On with the Tomboy This work has been published in the Teen Ink monthly print magazine.

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I’ve had this idea. Ever since I was a little boy. Except I never was a little boy. I get confused sometimes because my father always wanted me to be one.

And so I’d romp and wrestle with him. Roll in the dirt and skip the showers my mother learned to decree a necessity in order to get dessert. All just to know he loved me.

Not that I doubted he loved my sisters. They were girls. All four of them. He brought them presents, little dolls and chocolate kisses. I usually got a slap on the back and some licorice. I hated licorice. But I choked it down. All because I loved him.

Psychologists might claim this is unhealthy, but I think I have more room to speak on a level of expertise than their books give them. I grew up a boy and still I am a woman. I call this the laws of genderality. That would be my own private term to encompass gender and sexuality. Though Mrs. Arace, my high school anthropology teacher, hammered deep into my brain the grave difference between the two, I also saw that one depended heavily on the other. Which one is the dependent, and which one is being depended on?

You see, my father was a good man and my mother a good woman. They just never had any sons, and a man could go crazy in that girlish prison of American girl dolls and tea parties. I see myself a martyr, losing out on my girlhood days in order to ensure that my father remained sane enough to keep a steady job and pay the bills. Mission accomplished.

My father was massive. His chest and shoulders seemed immeasurable. I couldn’t take all of him in in one look. And so I’d have to view him in parts. For example, first I’d zone in on the funny way he used to part his hair until my mother, fed up with his faltering fashion sense, suggested he change his look. Or the way he curled his toes when he was about to make a cutting remark. My favorite part of him was his belly; rotund and gelatinous, it was his definitive weak spot whether we were wrestling, boxing, or just arguing.

My sisters used to bounce on it, the roughest he ever got with them. It was also a place of comfort, often a pillow while he read Cinderella or Rapunzel. I always liked the story of Rapunzel, but I never admitted it to him. Quietly I would press my ear up to the door to listen as his voice raised and his pace quickened in order to liven up the part when the witch discovers Rapunzel’s lover. I wished my hair was long and silky, but I never allowed my mother to braid it.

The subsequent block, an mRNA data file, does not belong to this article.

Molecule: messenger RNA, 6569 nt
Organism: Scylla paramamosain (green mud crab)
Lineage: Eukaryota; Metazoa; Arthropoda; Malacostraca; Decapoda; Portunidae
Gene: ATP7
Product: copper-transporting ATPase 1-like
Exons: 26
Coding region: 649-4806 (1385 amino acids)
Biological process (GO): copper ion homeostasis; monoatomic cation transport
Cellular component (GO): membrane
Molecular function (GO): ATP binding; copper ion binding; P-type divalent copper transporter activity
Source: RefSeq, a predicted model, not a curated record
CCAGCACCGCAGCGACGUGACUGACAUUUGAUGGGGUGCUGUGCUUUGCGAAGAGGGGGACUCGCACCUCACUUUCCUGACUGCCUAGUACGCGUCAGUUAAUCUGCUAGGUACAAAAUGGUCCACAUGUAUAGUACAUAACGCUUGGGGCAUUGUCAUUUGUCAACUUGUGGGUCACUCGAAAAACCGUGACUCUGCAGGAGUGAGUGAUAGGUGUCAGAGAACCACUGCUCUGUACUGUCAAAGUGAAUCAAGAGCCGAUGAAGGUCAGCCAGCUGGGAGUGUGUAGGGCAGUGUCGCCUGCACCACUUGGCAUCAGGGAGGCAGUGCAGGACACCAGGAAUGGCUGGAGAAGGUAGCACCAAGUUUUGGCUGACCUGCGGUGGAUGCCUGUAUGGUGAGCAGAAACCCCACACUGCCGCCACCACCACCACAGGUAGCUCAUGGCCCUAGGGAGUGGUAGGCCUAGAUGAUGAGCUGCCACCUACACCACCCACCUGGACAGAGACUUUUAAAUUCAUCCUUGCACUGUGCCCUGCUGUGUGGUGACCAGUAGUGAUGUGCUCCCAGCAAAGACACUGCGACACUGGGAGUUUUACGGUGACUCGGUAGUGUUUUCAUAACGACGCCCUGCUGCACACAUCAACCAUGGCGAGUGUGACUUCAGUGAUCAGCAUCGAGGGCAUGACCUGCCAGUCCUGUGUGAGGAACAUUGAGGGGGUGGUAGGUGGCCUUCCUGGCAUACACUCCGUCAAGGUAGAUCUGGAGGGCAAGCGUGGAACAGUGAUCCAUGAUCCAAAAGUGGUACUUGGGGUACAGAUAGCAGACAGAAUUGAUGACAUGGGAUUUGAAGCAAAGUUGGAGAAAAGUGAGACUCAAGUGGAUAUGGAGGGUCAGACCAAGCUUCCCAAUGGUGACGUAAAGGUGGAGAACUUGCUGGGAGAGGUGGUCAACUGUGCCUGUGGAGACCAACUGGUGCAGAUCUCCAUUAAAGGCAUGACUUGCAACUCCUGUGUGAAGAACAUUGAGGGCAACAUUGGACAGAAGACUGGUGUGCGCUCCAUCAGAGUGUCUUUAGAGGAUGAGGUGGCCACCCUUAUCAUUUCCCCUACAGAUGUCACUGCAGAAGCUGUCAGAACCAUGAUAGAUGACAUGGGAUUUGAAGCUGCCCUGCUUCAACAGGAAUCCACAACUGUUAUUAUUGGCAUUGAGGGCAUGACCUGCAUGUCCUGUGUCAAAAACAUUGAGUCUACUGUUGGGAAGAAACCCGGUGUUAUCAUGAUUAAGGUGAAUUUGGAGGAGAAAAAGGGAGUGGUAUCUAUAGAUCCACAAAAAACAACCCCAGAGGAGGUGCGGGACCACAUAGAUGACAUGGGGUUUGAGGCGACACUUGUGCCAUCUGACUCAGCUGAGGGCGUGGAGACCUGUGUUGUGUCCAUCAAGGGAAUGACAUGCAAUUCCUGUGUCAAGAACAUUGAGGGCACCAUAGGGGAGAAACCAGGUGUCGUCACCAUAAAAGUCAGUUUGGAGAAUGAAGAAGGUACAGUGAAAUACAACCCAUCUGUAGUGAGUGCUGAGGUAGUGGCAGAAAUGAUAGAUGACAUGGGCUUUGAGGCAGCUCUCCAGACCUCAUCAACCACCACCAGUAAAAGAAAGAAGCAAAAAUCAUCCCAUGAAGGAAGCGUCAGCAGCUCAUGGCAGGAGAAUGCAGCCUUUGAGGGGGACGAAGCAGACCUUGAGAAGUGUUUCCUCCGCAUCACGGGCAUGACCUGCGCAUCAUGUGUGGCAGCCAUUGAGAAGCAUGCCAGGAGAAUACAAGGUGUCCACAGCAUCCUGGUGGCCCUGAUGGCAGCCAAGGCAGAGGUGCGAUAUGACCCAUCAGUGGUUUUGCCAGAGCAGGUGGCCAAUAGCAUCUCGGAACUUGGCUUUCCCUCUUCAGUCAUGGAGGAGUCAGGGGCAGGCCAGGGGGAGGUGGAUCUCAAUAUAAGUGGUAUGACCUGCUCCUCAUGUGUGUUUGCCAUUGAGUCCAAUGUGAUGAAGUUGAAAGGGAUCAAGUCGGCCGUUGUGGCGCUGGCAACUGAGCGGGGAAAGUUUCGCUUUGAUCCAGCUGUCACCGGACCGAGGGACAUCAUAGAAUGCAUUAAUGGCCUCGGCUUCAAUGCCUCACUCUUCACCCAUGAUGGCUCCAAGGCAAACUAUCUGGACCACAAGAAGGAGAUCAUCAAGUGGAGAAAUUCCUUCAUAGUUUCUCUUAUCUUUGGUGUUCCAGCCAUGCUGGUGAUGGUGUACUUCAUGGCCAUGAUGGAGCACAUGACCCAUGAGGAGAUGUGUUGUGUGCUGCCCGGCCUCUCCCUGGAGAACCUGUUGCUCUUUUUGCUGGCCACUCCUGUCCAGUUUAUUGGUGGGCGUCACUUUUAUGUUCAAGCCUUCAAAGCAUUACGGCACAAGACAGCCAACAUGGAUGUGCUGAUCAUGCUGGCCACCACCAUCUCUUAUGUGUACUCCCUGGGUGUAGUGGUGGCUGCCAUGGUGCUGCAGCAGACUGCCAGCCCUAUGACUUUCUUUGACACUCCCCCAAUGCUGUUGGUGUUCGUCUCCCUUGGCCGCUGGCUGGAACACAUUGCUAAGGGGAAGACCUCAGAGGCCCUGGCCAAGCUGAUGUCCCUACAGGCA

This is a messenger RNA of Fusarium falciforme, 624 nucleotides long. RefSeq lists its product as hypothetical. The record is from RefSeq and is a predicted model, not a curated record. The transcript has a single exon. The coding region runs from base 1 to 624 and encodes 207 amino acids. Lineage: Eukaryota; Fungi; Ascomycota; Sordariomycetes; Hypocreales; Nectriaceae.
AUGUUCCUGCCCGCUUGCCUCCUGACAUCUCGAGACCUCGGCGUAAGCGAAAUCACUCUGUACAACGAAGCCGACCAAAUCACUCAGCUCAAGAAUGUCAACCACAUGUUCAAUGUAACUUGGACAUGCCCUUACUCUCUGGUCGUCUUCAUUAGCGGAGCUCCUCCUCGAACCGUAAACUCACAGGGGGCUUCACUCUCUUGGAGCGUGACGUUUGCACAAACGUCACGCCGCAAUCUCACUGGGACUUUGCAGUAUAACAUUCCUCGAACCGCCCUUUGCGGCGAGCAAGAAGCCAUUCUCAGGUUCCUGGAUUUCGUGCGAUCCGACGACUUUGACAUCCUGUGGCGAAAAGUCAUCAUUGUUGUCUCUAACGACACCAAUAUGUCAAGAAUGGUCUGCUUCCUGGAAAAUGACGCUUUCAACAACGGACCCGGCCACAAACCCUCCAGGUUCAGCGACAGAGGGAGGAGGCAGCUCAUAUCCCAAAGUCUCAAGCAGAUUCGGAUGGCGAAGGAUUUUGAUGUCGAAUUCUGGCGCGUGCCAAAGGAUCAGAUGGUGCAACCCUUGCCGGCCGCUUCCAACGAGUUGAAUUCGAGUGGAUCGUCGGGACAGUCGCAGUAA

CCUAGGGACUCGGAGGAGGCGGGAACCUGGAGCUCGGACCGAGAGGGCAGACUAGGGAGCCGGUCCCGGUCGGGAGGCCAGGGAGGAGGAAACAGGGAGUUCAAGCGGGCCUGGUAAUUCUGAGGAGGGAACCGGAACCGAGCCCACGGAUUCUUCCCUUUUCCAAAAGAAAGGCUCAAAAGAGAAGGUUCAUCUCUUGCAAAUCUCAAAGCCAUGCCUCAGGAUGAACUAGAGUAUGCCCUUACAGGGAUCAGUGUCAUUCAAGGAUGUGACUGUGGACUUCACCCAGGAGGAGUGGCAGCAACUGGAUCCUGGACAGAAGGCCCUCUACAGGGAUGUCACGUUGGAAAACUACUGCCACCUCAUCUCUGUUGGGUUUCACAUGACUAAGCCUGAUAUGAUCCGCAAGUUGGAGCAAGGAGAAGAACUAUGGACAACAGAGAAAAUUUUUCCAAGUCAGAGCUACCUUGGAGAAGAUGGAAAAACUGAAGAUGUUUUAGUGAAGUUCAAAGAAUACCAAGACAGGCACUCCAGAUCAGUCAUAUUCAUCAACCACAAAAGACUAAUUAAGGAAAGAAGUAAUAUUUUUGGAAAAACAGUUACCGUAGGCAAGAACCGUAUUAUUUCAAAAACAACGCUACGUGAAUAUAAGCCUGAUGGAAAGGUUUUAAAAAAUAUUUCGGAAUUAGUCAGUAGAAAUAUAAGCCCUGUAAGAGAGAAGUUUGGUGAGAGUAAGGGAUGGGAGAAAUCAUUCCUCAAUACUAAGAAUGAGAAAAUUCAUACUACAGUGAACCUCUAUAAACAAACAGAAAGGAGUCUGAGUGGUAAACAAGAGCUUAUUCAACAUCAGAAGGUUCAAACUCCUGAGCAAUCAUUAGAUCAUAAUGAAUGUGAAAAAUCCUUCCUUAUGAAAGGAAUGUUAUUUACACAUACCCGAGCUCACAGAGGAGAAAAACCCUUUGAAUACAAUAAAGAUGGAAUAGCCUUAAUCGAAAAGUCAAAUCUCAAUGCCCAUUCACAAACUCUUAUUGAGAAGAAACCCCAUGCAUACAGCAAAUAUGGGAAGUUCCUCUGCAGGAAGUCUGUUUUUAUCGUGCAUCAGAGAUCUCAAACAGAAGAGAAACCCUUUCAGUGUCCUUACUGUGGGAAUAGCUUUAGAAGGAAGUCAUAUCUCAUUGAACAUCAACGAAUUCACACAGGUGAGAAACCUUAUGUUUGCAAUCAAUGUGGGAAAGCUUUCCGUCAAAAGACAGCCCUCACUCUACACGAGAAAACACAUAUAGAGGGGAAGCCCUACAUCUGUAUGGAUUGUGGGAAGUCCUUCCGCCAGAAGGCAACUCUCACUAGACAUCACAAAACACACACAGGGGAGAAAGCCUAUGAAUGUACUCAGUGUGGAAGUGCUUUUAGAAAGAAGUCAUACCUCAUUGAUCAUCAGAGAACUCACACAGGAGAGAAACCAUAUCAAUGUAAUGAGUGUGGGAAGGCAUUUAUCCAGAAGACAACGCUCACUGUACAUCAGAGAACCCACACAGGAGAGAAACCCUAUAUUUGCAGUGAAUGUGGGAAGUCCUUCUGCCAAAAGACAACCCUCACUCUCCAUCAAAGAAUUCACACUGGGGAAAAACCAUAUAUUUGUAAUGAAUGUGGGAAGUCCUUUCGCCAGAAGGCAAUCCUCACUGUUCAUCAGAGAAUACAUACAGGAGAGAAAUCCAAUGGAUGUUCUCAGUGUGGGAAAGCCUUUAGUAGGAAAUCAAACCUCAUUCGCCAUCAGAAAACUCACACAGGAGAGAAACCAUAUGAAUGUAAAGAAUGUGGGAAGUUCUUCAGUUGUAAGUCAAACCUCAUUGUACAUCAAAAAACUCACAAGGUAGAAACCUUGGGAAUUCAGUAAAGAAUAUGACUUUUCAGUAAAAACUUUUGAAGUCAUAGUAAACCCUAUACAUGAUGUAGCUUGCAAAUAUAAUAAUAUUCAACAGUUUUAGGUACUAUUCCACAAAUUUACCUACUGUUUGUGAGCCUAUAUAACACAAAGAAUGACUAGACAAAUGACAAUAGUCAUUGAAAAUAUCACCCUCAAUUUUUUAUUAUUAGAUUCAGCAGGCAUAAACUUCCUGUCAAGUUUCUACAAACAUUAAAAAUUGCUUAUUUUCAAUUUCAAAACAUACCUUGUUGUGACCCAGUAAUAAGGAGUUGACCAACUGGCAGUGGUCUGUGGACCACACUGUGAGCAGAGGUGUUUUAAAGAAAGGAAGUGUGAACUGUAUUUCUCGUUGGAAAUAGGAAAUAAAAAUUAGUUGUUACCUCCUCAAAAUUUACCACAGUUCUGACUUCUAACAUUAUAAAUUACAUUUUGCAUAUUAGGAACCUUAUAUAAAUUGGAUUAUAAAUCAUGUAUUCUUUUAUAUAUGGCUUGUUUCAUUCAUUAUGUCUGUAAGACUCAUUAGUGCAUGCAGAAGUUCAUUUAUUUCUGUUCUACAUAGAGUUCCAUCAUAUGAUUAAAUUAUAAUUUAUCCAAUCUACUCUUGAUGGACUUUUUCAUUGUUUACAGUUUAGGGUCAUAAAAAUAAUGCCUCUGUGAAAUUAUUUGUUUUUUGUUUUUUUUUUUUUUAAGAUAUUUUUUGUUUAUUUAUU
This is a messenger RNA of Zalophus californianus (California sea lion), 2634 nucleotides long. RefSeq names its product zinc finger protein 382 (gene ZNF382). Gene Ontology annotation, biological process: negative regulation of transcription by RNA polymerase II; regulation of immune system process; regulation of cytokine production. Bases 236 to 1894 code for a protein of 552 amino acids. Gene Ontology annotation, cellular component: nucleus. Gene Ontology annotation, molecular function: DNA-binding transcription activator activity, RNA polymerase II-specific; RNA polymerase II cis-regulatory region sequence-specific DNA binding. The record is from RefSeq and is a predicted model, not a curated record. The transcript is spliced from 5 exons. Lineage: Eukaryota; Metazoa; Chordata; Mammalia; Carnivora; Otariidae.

This is not to insinuate that my father held me back from a frivolous need to play with hair. That would be like suggesting God forced Adam and Eve to eat those apples. This was a decision all my own. I wouldn’t trade our games and gallivanting for anything, not even an elegant, swirling braid.

There was this one time – wow, did my father and I ever get those awful neighborhood boys good! They were pelting our lovable cocker spaniel, Buddy, with rocks and then depositing the rocks in our pool. My father, always adventurous, knew just how to handle the situation, even in times of livid anger as I saw on his face then and that to this day still makes my knees knock and the tears well up. He sent me out alone – the decoy – and my assignment was to distract the ringleader.

I thought about my older sister then, and how her girly magazines dictated the proper ways to drive a boy crazy and how she’d probably have batted her lashes and used her sexuality to lure him away. I, however, was only eight years old and never read those magazines anyway. So instead, I started throwing rocks at the biggest boy which caused him to chase me, but I was an expert. He was on my territory, and I led him into the shed where I armed myself with rope. I’ll never forgive myself for what I did to that poor boy that day, but I’m positive not many eight-year-old girls would have dreamed the torturous plot I unleashed on him in the confines of that tiny shack. I will tell you I learned it from the Teenaged Mutant Ninja Turtles.

Anyway, my father, realizing the army would collapse once its leader had fallen, lashed out with water balloons and took them all out, the whole lot of them. He was such a good shot, and he threw so hard at just the right angle, that he never failed to burst them no matter what. He was my hero.